I had first heard of The World Next Door due to its association with VIZ media, a large company in the anime and manga industry. This is VIZ’s first time putting their name to a video game like this, and given that I like anime and visual novels, I had to give it a look.
Cool battle system. For having such a large visual novel side to the game, The World Next Door has a pretty cool battle system. It basically takes the form of a match 3 puzzle, but the battles actually take place on top of the puzzles rather than being off to the side like in similar games. This allows for some pretty cool battle mechanics, with some matches activating electrical traps on the ground and others shooting off fireballs or black holes from where they were activated. Because enemies are chasing you on this same board, there’s also the added element of movement, making the battles far more interactive than just matching tiles together. I quite enjoyed this battle system, even if it did come with some problems (more on that later).
Great story/gameplay balance. Considering that The World Next Door is a blend of two genres, the balancing between its two sides should be of upmost importance. Fortunately, the game does a great job in that regard, providing some excellent balance between its story and gameplay elements. The game was constantly jumping back between the two, but it never felt erratic. This is because the story segments were kept short, yet interesting enough that they never really grew annoying. It was just enough to tell a decent story while also not going full VN — it’s a rather nice way to introduce newcomers to the genre without overloading them.
Laughable difficulty. I may have praised the game’s cool battle system, but as it stands, it is stupidly easy to clear. In fact, throughout my entire playthrough I do not think I ever dropped below 100 HP out of the maximum of 250. This is due to a couple of reasons, one being the absurd amount of HP drops you are given both in-battle and out. Not only do the green tiles matched while in-battle give you HP, but the game places healing wells outside of most battles anyways, so you’re pretty much always at full HP.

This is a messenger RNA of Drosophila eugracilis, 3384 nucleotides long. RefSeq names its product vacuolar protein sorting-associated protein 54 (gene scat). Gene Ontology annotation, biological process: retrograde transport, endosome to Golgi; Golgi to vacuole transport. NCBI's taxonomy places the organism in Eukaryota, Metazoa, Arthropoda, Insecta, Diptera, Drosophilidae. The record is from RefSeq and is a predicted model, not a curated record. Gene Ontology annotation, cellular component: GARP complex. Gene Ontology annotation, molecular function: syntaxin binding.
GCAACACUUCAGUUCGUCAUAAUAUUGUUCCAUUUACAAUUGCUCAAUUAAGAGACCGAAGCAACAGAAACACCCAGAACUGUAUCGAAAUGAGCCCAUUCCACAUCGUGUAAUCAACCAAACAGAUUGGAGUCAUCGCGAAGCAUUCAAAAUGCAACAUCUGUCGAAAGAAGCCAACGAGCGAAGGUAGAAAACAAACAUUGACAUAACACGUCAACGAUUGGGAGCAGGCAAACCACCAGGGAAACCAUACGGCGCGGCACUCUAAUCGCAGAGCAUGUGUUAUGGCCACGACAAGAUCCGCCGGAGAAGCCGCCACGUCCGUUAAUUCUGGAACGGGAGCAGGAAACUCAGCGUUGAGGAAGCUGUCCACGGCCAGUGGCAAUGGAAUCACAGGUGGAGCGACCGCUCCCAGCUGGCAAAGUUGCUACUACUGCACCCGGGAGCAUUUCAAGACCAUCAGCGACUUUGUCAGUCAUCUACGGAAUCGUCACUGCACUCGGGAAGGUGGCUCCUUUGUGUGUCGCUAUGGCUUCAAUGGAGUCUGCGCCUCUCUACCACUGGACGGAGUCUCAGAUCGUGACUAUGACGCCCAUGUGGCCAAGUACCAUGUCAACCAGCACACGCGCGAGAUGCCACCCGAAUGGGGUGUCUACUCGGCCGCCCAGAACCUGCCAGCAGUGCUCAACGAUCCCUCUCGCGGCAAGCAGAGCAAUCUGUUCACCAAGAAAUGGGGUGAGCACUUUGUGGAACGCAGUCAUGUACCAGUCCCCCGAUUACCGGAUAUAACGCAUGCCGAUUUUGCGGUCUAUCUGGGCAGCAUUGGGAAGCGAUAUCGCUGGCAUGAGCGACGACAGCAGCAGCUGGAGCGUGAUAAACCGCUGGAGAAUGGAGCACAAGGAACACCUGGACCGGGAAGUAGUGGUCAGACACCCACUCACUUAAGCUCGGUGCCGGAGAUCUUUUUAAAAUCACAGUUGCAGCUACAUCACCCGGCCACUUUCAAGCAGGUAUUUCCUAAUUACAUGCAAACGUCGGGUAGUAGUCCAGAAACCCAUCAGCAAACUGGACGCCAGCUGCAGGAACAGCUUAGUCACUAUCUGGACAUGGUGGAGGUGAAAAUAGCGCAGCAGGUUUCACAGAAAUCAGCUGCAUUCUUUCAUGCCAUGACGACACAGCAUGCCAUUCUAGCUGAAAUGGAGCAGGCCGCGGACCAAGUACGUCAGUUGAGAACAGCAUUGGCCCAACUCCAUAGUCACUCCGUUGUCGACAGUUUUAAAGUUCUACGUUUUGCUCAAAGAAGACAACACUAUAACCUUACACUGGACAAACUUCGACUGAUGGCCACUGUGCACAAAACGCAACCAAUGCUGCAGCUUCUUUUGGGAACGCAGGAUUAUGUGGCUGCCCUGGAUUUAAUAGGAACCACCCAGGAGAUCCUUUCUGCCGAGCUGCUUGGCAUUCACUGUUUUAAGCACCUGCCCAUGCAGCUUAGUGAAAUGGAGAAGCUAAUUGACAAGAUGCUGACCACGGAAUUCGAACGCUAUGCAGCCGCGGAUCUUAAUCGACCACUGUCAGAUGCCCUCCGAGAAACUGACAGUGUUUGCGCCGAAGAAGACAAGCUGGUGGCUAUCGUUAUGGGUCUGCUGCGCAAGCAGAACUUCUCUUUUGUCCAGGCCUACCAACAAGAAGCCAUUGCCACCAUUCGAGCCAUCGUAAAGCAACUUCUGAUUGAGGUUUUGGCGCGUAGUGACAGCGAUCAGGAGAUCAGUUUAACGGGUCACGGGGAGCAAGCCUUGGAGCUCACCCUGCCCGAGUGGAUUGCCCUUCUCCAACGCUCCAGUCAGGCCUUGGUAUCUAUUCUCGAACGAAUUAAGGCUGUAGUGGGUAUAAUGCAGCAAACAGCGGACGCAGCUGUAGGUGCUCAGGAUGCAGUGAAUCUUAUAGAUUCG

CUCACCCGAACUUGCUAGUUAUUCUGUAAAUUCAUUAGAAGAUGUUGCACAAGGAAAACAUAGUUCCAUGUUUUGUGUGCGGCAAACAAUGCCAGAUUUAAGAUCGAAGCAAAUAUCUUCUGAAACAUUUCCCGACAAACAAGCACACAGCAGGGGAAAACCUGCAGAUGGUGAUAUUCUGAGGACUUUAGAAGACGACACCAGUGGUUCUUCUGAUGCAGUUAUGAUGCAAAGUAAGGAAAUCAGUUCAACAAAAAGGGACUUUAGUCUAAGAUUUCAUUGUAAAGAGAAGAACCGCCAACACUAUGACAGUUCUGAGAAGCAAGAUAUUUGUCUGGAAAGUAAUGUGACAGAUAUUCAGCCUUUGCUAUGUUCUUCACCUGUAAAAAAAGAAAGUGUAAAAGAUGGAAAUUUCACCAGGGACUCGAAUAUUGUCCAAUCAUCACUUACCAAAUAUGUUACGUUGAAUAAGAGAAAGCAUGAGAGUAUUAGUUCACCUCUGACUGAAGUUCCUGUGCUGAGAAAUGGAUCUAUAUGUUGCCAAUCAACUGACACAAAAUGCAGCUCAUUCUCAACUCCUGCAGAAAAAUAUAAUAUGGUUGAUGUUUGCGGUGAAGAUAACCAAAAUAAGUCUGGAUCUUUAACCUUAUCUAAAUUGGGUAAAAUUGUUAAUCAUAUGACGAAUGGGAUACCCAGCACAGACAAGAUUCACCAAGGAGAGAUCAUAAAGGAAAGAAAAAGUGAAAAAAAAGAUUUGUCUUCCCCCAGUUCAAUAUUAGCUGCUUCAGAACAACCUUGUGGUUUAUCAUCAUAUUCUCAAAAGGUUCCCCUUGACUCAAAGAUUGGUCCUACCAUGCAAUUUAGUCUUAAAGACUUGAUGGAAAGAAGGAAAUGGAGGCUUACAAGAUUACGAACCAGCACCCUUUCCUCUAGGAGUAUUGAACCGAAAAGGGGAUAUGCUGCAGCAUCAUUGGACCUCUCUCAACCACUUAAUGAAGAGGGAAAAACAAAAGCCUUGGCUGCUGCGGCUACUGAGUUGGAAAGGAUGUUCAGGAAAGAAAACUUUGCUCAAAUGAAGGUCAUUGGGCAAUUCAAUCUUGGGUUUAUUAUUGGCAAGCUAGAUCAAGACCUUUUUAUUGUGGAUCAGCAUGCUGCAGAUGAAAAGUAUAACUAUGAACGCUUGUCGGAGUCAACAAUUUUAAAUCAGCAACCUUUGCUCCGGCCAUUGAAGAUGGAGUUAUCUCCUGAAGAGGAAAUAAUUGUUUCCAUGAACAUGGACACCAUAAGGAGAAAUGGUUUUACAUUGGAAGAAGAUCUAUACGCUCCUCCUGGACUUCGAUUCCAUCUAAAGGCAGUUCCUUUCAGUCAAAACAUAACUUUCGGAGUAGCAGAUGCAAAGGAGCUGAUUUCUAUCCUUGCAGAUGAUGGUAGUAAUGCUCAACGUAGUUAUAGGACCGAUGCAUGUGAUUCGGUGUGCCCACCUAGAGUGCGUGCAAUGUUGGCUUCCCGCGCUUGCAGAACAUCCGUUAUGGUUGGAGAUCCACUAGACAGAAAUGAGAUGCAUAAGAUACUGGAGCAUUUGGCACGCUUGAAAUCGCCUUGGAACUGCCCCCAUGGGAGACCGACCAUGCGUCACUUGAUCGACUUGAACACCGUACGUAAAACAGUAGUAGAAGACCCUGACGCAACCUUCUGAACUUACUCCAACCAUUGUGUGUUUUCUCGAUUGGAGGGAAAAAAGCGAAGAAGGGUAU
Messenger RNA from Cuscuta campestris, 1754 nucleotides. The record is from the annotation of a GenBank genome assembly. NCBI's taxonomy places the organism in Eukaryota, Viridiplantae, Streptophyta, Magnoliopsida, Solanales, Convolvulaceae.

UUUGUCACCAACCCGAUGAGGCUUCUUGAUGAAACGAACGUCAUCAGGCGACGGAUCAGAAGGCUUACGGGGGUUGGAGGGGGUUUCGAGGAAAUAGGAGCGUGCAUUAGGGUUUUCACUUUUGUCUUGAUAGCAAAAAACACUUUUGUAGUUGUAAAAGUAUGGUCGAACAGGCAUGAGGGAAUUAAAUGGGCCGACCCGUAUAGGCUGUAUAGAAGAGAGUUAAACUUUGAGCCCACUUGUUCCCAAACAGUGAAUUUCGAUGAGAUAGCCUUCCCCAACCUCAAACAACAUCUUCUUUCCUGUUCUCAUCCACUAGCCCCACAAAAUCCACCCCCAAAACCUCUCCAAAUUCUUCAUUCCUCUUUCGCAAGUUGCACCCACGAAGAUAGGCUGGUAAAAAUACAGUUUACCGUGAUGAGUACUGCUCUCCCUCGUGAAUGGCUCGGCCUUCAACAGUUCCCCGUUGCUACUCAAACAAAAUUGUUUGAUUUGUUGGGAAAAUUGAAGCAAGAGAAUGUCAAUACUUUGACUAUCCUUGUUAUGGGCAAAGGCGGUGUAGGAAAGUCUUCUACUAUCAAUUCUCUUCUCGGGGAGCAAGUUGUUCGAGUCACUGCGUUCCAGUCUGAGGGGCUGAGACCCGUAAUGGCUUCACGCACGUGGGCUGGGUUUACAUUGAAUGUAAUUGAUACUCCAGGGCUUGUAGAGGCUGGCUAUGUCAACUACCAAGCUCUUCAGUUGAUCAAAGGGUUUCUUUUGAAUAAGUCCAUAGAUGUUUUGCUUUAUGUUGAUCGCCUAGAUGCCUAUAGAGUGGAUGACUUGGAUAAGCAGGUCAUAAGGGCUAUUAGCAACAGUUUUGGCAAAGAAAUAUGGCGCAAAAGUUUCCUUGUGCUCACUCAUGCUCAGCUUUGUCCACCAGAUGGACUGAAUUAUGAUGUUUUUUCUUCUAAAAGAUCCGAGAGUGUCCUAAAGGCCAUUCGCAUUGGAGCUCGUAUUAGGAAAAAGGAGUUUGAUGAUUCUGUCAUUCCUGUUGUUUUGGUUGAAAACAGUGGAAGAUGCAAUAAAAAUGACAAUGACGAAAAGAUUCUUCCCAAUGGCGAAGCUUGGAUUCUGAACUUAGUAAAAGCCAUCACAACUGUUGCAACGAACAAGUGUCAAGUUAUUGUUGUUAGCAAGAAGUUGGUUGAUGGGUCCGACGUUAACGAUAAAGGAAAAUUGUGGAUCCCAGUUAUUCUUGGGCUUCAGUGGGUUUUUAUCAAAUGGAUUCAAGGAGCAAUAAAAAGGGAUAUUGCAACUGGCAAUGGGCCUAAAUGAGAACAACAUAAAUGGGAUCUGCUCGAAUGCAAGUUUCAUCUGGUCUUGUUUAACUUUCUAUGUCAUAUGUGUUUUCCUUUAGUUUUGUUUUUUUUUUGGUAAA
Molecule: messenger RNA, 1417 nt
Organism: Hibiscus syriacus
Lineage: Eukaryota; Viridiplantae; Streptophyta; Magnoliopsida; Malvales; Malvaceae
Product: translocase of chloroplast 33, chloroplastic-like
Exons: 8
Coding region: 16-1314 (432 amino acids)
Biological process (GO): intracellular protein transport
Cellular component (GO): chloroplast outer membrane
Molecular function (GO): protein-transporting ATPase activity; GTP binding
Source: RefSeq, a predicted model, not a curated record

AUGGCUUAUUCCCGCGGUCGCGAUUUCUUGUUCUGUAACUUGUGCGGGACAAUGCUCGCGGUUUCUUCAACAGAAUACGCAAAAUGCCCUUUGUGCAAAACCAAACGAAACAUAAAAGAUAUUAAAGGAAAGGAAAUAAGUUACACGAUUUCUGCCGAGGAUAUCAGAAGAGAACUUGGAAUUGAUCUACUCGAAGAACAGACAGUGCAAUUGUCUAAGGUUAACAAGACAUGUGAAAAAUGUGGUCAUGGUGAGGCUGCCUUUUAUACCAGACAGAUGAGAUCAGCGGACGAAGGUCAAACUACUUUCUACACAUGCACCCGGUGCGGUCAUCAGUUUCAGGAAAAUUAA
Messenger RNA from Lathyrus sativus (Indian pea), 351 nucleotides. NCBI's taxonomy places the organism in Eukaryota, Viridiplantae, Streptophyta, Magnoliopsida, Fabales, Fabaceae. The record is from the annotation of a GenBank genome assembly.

Aside from the HP drops, it is also quite easy to manipulate the game’s AI. The basic enemy AI just follows you around and can be easily lead into traps and other attacks, making no effort to avoid them. Most of the levels are also open enough to allow for enemies to be lead in a circle, making it very easy to dodge their attacks. Granted, this is a visual novel hybrid and emphasis is placed on its storyline, but the gameplay should at least be challenging to a certain degree.
Lackluster sidequest design. Outside of its main quest, The World Next Door also has a variety of sidequests that can be taken advantage of in the game’s hub world. Unfortunately, these sidequests are pretty lazy in their design, most taking the form of simple fetch quests. There was one that had me searching for a lost baseball cap, another that had me fetching a character’s lipstick from some other character, and another that had me helping someone find their lost manga volume. They were all pretty basic and really just felt like they were tacked on to give the game a sense of substance where there was none. Fortunately, these were all optional, so you do not have to pay them any mind if you so choose to.
Iffy character designs. Given that the game is trying to go for that “anime” aesthetic, it certainly does itself no favors in the character design department. While there are a couple nice character designs here, the majority felt like something ripped straight off of Tumblr or DeviantArt. Granted, this is a more subjective claim and there is definitely a crowd that enjoys this type of art, but it just felt cheap and off-putting to me.
It does have its shortcomings, but The World Next Door is a pretty nice experience overall. The combat is cool, the storyline is interesting (even if simple), and the balancing between the two was very well done. Even so, the puzzle difficulty, sidequest design, and character art are all a bit on the weaker side, but I still give the game a positive recommendation regardless. The couple hours I spent playing through it were enjoyable if anything.
You can buy The World Next Door on Steam here.
I was provided a review copy of the game in order to write this review. Read more about how I do my game reviews here.